Mozilla has begun turning the Firefox crank faster with a rapid-release development cycle. So what's in store now that we can expect a new version every six weeks?
A lot, including 64-bit support on Windows and a plan to reduce the open-source browser's memory usage. But the most far-reaching change probably is a project called Electrolysis that splits Firefox into multiple somewhat-independent processes.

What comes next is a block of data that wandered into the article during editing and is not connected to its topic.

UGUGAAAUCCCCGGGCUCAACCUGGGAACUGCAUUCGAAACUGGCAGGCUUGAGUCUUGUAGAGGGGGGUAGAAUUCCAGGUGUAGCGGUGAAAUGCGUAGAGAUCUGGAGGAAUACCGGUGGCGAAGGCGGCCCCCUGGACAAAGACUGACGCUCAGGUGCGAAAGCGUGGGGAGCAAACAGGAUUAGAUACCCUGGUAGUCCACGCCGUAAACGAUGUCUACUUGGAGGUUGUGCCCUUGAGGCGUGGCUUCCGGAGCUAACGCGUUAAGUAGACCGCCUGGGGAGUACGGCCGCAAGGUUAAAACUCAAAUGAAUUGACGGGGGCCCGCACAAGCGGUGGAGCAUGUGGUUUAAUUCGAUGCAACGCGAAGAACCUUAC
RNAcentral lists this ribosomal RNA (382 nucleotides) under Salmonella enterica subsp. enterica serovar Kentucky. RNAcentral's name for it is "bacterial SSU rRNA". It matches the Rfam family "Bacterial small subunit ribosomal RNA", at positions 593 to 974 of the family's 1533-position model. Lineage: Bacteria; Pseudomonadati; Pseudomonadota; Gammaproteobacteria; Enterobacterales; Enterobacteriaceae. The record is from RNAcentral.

Electrolysis holds the potential to improve responsiveness, smooth graphics performance, take better advantage of multicore processors, and tighten security. Mozilla already added one Electrolysis element to Firefox 3.6--the separation of plug-ins to their own … Read more